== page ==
Commentary on the severity and death toll of the coronavirus has been constant on social media throughout the pandemic.
Recent claims have cited the Centers for Disease Control and Prevention’s release of a guidance document that included new estimates about the virus, including the death rate.
“The CDC just confirmed a .2% death rate for COVID-19,” says a May 25 post by Facebook user Bill Faudel, which lists many effects of the virus, including rising unemployment and its impacts on the economy and mental health.
Many comments on the post, which had more than 140 shares as of Friday, imply the death rate doesn’t justify the measures taken to combat the virus’s spread, which include closures of businesses and government-issued stay-at-home orders.
“Choose your own fear, but please stop forcing your fears on me,” the post says.
Faudel told USA TODAY he believes too many deaths from other causes were given the title “COVID-19 death” because someone tested positive at the time of death.
The claim that the CDC has confirmed that death rate has been widely shared across Facebook and Instagram.
But experts say the overall death toll has more likely been an undercount due to some people who have died without receiving a test or falsely testing negative for the disease.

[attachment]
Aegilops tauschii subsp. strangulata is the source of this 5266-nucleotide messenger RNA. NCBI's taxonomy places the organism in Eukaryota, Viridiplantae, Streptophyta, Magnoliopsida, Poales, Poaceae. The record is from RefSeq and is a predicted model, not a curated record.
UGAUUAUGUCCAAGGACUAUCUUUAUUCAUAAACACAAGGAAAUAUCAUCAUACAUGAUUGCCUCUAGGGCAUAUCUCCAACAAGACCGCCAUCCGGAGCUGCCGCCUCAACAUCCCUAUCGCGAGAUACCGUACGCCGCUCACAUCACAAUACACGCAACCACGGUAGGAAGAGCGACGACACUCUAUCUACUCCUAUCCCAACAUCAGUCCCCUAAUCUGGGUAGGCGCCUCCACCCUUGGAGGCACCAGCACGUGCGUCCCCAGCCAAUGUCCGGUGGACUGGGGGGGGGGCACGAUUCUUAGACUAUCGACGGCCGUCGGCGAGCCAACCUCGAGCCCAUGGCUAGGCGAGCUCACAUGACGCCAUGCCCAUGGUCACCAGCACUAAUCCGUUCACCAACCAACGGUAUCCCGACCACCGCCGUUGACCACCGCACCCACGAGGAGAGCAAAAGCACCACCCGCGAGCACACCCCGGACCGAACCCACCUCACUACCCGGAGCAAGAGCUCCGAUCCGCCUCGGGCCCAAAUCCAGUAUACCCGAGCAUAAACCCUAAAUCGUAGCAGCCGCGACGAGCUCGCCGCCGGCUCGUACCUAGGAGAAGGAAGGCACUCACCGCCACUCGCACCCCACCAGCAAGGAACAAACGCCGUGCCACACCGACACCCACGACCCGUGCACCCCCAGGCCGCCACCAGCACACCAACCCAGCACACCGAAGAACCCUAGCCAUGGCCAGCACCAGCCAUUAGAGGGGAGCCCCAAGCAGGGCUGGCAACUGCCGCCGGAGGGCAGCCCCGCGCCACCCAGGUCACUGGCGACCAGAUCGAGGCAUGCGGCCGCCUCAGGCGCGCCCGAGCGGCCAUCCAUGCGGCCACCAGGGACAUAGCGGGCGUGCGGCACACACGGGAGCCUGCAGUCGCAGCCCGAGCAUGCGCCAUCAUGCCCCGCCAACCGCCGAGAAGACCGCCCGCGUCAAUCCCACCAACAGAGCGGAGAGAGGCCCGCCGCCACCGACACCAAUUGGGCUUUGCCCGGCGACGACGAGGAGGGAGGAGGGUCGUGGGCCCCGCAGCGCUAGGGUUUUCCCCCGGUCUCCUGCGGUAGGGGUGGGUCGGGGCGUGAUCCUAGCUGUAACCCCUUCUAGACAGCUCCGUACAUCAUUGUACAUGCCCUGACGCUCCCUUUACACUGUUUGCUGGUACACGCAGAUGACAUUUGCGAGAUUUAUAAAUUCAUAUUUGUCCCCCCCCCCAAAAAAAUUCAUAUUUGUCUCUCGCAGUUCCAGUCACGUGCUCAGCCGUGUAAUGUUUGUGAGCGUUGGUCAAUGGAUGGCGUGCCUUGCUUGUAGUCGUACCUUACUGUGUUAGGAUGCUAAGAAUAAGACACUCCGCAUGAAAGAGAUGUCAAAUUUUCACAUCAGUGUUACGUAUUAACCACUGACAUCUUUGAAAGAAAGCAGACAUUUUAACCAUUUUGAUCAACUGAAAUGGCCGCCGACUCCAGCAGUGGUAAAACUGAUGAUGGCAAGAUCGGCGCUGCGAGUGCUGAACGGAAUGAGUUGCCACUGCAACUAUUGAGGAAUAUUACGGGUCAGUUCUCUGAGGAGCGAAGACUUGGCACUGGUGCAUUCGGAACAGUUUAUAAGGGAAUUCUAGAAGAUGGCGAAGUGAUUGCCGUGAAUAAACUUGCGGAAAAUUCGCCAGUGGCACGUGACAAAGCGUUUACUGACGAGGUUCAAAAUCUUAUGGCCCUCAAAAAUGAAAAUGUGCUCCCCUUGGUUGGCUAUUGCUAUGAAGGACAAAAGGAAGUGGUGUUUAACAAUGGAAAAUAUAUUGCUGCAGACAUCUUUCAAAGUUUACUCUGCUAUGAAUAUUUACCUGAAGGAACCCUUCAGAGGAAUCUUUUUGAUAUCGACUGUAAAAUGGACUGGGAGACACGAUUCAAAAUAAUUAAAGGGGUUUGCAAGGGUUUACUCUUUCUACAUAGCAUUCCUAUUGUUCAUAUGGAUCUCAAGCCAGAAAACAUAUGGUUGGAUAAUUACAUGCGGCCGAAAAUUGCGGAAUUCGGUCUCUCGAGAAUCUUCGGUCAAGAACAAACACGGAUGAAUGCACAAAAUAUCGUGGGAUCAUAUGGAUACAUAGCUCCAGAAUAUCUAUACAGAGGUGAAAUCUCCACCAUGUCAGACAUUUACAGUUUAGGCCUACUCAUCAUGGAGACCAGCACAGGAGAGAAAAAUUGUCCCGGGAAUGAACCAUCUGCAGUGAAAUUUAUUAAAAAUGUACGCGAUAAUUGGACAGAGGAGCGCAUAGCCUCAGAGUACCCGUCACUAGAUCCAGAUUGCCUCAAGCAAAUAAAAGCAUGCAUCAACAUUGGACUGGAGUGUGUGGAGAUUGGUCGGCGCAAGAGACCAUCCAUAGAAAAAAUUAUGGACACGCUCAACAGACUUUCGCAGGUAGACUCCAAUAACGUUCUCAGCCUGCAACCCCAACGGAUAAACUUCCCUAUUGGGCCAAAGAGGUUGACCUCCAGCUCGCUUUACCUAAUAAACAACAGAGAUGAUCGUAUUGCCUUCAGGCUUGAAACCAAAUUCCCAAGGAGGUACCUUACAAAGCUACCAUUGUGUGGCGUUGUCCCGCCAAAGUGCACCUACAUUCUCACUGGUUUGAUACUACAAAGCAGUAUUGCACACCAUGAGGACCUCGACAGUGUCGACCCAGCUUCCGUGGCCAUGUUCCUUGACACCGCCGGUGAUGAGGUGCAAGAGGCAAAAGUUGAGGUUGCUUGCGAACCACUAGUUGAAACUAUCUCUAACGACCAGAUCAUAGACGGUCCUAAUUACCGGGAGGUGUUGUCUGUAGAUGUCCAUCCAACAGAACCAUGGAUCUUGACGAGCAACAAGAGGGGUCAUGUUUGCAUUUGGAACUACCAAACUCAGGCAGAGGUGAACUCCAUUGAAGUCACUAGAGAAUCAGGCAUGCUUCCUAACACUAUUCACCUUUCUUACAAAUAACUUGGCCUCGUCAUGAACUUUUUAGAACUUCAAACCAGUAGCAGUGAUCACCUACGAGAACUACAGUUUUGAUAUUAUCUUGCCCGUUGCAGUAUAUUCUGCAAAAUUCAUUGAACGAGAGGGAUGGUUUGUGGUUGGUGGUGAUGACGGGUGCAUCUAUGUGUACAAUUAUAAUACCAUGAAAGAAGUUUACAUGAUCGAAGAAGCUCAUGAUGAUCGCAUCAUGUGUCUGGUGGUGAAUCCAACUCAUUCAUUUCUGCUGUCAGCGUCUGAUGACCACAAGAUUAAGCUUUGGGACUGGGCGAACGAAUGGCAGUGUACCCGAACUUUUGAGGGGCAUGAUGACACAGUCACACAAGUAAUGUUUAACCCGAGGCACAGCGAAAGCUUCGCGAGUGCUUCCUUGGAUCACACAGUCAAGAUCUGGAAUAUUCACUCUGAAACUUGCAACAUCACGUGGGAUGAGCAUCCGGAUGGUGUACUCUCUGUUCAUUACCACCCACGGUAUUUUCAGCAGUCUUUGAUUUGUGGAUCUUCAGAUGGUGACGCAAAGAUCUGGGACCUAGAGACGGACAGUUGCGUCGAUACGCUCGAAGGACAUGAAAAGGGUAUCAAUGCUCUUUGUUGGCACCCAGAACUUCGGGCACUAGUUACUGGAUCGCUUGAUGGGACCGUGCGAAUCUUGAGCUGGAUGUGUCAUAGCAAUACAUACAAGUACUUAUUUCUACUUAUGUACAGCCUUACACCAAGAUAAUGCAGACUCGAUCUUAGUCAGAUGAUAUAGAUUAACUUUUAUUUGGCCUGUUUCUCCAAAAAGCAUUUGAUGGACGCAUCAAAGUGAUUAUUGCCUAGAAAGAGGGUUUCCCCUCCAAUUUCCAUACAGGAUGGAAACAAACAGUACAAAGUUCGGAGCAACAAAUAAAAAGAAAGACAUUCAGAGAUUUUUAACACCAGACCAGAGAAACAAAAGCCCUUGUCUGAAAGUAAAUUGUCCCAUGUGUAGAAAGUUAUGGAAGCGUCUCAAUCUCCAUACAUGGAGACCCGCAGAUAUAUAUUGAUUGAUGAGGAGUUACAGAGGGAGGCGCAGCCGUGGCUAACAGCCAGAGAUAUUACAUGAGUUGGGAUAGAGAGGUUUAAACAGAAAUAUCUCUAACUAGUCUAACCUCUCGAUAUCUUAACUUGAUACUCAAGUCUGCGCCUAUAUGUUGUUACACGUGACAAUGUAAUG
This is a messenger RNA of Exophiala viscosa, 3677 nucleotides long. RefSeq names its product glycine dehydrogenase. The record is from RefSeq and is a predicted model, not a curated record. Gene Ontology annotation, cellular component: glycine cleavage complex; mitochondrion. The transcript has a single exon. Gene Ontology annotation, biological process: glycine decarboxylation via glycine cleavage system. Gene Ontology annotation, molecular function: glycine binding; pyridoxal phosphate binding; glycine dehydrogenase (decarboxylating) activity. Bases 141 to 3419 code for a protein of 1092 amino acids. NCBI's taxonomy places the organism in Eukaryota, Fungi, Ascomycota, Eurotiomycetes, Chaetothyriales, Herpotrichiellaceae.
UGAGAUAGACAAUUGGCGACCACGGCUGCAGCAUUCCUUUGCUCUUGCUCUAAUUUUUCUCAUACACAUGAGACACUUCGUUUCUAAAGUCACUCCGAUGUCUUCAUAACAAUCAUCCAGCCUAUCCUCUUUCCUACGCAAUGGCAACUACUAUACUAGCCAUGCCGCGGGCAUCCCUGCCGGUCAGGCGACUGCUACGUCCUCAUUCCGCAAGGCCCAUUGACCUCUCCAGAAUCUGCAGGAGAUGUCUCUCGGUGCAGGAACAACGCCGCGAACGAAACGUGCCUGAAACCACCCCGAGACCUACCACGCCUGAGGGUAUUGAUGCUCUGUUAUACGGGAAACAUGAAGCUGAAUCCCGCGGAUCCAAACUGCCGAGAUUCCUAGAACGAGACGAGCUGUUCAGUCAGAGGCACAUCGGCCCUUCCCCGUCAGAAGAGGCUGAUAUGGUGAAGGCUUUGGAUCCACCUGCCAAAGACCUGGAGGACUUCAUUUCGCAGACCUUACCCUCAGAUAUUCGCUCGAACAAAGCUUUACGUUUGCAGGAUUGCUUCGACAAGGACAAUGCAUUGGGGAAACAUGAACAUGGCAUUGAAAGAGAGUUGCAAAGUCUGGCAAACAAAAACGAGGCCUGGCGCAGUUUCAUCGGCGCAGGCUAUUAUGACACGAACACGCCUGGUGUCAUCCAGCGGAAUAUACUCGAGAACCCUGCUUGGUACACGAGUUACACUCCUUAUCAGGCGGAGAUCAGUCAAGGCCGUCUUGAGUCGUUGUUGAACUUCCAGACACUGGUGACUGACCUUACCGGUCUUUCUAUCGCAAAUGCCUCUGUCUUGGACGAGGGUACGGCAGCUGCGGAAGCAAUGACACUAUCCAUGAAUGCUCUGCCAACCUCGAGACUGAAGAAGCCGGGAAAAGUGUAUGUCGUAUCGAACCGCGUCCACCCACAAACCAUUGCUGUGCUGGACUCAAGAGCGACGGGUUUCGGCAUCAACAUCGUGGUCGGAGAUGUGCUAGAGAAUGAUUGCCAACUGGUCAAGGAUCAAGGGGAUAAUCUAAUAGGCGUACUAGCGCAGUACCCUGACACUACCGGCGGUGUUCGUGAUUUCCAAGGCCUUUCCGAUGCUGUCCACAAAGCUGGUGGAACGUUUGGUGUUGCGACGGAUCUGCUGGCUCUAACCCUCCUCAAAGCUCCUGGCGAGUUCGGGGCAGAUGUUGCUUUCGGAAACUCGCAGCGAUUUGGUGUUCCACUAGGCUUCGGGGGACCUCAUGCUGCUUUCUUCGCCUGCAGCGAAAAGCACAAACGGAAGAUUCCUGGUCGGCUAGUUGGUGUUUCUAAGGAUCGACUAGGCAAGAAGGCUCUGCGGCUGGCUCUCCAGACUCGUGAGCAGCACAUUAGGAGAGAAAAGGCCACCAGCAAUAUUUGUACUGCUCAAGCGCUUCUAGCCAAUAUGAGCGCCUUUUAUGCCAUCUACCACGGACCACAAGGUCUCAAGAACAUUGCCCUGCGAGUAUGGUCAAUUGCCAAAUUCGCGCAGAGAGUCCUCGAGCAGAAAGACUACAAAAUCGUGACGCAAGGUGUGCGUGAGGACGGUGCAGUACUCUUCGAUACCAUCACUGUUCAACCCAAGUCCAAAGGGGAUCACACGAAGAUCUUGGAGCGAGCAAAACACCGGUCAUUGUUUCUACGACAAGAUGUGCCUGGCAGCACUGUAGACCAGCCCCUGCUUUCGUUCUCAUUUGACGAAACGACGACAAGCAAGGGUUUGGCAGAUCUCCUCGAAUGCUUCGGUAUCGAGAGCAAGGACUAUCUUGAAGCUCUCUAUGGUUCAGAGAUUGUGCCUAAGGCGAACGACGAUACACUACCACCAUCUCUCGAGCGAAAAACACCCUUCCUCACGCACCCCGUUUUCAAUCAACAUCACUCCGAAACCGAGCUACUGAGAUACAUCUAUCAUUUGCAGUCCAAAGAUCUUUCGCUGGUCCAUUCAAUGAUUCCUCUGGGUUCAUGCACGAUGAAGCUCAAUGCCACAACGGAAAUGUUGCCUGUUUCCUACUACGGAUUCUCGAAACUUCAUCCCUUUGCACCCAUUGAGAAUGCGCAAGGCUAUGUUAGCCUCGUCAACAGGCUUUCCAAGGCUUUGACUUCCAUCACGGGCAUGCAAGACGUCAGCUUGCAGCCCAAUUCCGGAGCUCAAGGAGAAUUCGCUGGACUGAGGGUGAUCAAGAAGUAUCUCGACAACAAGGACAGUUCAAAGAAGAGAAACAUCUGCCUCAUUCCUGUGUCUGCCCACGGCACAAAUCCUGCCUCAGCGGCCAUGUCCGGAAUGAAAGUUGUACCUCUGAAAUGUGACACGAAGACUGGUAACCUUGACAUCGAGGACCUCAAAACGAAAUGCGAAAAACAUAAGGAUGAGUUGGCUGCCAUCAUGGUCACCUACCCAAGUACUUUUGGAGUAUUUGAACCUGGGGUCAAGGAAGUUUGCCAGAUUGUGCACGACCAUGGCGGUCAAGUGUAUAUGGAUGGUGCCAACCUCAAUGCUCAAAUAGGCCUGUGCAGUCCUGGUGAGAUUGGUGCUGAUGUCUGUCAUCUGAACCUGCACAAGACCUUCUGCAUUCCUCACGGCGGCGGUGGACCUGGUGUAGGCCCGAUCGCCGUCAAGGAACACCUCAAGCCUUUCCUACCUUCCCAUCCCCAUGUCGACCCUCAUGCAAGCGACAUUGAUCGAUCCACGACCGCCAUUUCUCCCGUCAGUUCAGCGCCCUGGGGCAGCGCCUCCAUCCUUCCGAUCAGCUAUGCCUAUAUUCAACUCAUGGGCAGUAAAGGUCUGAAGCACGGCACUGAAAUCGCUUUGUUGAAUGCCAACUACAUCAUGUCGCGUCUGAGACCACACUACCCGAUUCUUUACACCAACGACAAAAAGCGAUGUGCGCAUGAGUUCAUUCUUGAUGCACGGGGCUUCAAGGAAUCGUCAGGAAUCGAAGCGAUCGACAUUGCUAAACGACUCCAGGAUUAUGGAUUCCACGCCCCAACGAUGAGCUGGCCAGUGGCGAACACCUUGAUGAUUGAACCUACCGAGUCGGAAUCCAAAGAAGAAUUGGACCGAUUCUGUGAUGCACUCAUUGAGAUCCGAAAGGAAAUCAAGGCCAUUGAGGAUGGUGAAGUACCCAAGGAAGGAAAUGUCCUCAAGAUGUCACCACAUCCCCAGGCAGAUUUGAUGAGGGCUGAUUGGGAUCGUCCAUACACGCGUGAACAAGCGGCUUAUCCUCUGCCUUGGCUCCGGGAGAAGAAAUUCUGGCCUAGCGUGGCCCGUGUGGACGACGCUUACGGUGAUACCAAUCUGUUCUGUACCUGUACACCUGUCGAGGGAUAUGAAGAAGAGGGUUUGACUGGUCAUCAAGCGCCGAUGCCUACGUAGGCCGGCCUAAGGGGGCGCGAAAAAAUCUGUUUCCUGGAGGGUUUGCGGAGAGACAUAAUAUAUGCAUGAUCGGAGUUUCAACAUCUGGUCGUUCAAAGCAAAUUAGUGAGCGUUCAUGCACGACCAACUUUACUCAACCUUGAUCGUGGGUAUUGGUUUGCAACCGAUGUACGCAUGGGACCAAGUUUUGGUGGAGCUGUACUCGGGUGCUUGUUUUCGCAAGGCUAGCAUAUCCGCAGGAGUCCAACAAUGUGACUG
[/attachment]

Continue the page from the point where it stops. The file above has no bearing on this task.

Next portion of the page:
And the CDC’s published death rate estimates fall in a range and aren’t inclusive of preventative actions taken.
What is the CDC’s COVID-19 death rate estimate?
The U.S. death toll due to COVID-19, the respiratory illness caused by the novel coronavirus, surpassed 100,000 on May 27. On Thursday, Johns Hopkins Medical Center’s COVID-19 tracking map showed more than 1.8 million confirmed cases and more than 107,000 deaths in the U.S.
In May, the CDC published a document titled “Pandemic Planning Scenarios,” with estimates about the virus to help modelers and public health officials. It included estimates of the death rate for infected people who show symptoms and of the percentage of people who were infected but asymptomatic.
The CDC document stressed the values are estimates, not predictions of the effects of the virus, and don’t reflect the impact of changes in behavior or social distancing.
“New data on COVID-19 is available daily,” the document said. “Information about its biological and epidemiological characteristics remain limited, and uncertainty remains around nearly all parameter values.”
The document includes five scenarios. The first four are varying estimates of the disease’s severity, from low to high, while the fifth represents the “current best estimate.”
The range of estimates put the fatality rate for those showing symptoms between 0.2%-1%, with a “best estimate” of 0.4%.
It also places the number of asymptomatic cases between 20%-50%, with a “best estimate” of 35%.
By combining the two estimates, the estimated overall fatality rate of those infected with the virus – with and without symptoms – would be 0.26%.
According to NPR, the CDC has revised the estimate downward from its estimate in mid-April. Internal versions of the CDC scenario documents acquired by the Center for Public Integrity show that on April 14, the CDC had estimated a 0.33% fatality rate. That was up from a March 31 estimate of 0.16%.
Some experts say CDC estimate is too low